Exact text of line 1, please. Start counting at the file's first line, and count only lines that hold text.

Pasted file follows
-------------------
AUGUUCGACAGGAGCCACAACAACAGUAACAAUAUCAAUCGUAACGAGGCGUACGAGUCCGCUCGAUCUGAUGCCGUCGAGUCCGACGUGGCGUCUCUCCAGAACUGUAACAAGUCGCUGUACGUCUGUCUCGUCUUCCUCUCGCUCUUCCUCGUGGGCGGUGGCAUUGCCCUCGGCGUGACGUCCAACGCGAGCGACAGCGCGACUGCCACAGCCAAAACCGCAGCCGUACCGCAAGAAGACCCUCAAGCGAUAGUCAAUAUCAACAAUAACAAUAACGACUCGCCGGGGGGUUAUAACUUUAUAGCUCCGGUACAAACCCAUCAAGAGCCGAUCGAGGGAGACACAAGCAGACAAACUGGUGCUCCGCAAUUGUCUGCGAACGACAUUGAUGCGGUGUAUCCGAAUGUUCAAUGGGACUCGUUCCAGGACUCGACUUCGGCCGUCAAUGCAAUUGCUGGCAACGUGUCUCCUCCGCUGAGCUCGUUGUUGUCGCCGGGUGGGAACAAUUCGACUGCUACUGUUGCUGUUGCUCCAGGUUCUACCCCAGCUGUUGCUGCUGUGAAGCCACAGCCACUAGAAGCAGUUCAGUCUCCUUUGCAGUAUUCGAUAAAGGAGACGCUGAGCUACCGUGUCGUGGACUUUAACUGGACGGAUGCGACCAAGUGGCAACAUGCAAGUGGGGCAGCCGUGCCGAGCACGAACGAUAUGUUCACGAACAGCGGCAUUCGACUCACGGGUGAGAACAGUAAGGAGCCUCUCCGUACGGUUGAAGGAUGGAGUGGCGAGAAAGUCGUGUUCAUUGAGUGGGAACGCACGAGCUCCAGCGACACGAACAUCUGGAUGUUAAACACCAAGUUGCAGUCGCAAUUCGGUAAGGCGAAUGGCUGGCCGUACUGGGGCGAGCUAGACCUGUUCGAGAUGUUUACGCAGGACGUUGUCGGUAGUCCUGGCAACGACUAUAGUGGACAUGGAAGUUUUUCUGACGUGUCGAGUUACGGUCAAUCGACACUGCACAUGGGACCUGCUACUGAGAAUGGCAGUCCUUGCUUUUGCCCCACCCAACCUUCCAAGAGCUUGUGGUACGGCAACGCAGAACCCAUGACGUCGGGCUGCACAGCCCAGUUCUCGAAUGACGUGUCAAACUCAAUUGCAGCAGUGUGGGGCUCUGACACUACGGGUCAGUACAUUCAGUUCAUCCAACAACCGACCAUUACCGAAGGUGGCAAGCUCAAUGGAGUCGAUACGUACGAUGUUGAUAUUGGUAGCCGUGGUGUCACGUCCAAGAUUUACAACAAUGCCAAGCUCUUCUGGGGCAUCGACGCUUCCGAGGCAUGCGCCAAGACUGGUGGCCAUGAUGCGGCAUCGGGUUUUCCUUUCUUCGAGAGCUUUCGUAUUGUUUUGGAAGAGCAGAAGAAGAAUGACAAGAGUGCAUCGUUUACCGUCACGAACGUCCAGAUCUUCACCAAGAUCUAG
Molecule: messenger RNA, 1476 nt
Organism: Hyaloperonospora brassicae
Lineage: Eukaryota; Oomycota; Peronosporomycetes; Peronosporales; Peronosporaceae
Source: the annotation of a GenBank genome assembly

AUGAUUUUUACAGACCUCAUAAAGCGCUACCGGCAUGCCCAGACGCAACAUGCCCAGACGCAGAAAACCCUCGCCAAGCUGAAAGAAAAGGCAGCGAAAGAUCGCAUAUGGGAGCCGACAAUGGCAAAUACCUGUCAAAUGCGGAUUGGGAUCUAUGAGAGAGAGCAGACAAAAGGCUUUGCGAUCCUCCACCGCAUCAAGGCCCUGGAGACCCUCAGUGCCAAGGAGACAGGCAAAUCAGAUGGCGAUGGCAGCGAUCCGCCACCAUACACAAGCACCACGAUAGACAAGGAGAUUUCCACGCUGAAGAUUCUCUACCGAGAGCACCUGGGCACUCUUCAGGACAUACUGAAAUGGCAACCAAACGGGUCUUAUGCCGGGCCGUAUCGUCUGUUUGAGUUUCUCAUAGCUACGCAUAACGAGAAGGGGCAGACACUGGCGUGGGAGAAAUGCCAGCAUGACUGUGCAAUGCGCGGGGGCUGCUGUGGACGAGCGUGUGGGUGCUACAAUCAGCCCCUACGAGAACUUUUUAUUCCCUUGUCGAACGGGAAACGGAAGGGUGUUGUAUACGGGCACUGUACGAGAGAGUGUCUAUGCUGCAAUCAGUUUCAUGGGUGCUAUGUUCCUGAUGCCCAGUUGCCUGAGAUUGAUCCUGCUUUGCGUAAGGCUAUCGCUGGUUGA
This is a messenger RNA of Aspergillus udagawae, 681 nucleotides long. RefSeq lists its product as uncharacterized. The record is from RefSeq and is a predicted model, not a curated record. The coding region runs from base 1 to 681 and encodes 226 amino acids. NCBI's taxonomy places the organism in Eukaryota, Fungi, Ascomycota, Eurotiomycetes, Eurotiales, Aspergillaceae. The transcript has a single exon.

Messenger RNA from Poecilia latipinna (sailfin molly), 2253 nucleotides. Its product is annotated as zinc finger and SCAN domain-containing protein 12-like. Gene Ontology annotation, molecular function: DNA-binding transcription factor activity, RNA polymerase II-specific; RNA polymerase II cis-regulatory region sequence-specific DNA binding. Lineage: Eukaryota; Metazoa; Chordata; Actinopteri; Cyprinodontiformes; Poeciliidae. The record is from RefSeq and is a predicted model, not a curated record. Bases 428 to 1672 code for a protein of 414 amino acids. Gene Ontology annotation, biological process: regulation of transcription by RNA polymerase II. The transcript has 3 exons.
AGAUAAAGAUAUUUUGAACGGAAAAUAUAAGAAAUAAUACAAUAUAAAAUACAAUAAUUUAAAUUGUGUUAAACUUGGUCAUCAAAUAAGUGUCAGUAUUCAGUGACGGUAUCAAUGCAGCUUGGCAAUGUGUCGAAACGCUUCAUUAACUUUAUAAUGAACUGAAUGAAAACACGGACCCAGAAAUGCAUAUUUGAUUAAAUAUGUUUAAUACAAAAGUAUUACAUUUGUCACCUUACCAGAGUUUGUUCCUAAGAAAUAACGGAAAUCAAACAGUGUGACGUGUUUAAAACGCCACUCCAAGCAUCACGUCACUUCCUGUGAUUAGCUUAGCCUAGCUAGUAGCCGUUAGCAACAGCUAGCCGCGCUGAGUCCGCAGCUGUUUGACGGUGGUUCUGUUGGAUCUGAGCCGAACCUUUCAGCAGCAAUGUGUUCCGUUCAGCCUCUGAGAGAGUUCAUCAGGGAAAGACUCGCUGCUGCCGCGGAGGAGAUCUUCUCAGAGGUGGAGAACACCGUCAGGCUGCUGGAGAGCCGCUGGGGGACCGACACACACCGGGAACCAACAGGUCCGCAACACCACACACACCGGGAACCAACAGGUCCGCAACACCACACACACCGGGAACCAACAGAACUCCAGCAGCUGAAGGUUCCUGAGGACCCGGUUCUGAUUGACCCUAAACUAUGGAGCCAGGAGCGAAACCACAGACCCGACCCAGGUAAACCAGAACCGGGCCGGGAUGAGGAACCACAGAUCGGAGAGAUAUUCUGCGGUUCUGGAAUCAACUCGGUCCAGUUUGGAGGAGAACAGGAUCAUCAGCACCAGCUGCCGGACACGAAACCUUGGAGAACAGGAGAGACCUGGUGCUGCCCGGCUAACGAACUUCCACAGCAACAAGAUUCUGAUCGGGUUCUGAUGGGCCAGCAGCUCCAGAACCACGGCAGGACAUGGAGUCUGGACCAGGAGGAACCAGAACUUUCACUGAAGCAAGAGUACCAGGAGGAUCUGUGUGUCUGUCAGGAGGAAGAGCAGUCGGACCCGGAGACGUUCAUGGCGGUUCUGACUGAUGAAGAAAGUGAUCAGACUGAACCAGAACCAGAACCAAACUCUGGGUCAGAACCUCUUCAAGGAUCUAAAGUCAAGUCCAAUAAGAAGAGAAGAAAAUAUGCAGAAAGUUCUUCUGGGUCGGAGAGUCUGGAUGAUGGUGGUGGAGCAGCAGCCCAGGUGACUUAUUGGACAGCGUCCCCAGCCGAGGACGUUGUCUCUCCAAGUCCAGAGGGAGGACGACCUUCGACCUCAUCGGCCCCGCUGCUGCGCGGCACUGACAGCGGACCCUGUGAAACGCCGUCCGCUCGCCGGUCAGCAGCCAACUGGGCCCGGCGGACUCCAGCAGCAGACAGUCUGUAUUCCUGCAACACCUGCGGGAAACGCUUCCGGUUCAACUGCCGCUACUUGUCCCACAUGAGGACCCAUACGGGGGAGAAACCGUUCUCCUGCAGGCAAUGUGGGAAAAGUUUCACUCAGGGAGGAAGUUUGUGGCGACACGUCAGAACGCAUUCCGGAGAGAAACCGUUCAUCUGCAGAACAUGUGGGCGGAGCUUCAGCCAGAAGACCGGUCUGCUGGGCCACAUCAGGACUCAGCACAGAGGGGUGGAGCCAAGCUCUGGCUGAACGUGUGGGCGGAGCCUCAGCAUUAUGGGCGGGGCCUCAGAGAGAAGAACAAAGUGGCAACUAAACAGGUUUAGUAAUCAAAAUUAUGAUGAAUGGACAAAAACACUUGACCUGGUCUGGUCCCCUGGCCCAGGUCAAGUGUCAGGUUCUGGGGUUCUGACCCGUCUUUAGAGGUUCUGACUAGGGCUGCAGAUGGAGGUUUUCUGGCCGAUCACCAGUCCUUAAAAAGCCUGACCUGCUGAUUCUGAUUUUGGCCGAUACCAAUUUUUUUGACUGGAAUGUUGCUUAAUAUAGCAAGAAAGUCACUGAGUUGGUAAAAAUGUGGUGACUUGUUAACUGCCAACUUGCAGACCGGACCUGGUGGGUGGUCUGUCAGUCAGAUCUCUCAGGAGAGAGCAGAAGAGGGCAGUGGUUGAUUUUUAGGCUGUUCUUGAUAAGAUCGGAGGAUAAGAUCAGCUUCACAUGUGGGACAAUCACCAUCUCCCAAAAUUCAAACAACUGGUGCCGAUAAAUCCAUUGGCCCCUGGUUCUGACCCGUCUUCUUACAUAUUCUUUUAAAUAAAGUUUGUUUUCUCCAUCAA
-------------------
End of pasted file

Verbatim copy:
AUGUUCGACAGGAGCCACAACAACAGUAACAAUAUCAAUCGUAACGAGGCGUACGAGUCCGCUCGAUCUGAUGCCGUCGAGUCCGACGUGGCGUCUCUCCAGAACUGUAACAAGUCGCUGUACGUCUGUCUCGUCUUCCUCUCGCUCUUCCUCGUGGGCGGUGGCAUUGCCCUCGGCGUGACGUCCAACGCGAGCGACAGCGCGACUGCCACAGCCAAAACCGCAGCCGUACCGCAAGAAGACCCUCAAGCGAUAGUCAAUAUCAACAAUAACAAUAACGACUCGCCGGGGGGUUAUAACUUUAUAGCUCCGGUACAAACCCAUCAAGAGCCGAUCGAGGGAGACACAAGCAGACAAACUGGUGCUCCGCAAUUGUCUGCGAACGACAUUGAUGCGGUGUAUCCGAAUGUUCAAUGGGACUCGUUCCAGGACUCGACUUCGGCCGUCAAUGCAAUUGCUGGCAACGUGUCUCCUCCGCUGAGCUCGUUGUUGUCGCCGGGUGGGAACAAUUCGACUGCUACUGUUGCUGUUGCUCCAGGUUCUACCCCAGCUGUUGCUGCUGUGAAGCCACAGCCACUAGAAGCAGUUCAGUCUCCUUUGCAGUAUUCGAUAAAGGAGACGCUGAGCUACCGUGUCGUGGACUUUAACUGGACGGAUGCGACCAAGUGGCAACAUGCAAGUGGGGCAGCCGUGCCGAGCACGAACGAUAUGUUCACGAACAGCGGCAUUCGACUCACGGGUGAGAACAGUAAGGAGCCUCUCCGUACGGUUGAAGGAUGGAGUGGCGAGAAAGUCGUGUUCAUUGAGUGGGAACGCACGAGCUCCAGCGACACGAACAUCUGGAUGUUAAACACCAAGUUGCAGUCGCAAUUCGGUAAGGCGAAUGGCUGGCCGUACUGGGGCGAGCUAGACCUGUUCGAGAUGUUUACGCAGGACGUUGUCGGUAGUCCUGGCAACGACUAUAGUGGACAUGGAAGUUUUUCUGACGUGUCGAGUUACGGUCAAUCGACACUGCACAUGGGACCUGCUACUGAGAAUGGCAGUCCUUGCUUUUGCCCCACCCAACCUUCCAAGAGCUUGUGGUACGGCAACGCAGAACCCAUGACGUCGGGCUGCACAGCCCAGUUCUCGAAUGACGUGUCAAACUCAAUUGCAGCAGUGUGGGGCUCUGACACUACGGGUCAGUACAUUCAGUUCAUCCAACAACCGACCAUUACCGAAGGUGGCAAGCUCAAUGGAGUCGAUACGUACGAUGUUGAUAUUGGUAGCCGUGGUGUCACGUCCAAGAUUUACAACAAUGCCAAGCUCUUCUGGGGCAUCGACGCUUCCGAGGCAUGCGCCAAGACUGGUGGCCAUGAUGCGGCAUCGGGUUUUCCUUUCUUCGAGAGCUUUCGUAUUGUUUUGGAAGAGCAGAAGAAGAAUGACAAGAGUGCAUCGUUUACCGUCACGAACGUCCAGAUCUUCACCAAGAUCUAG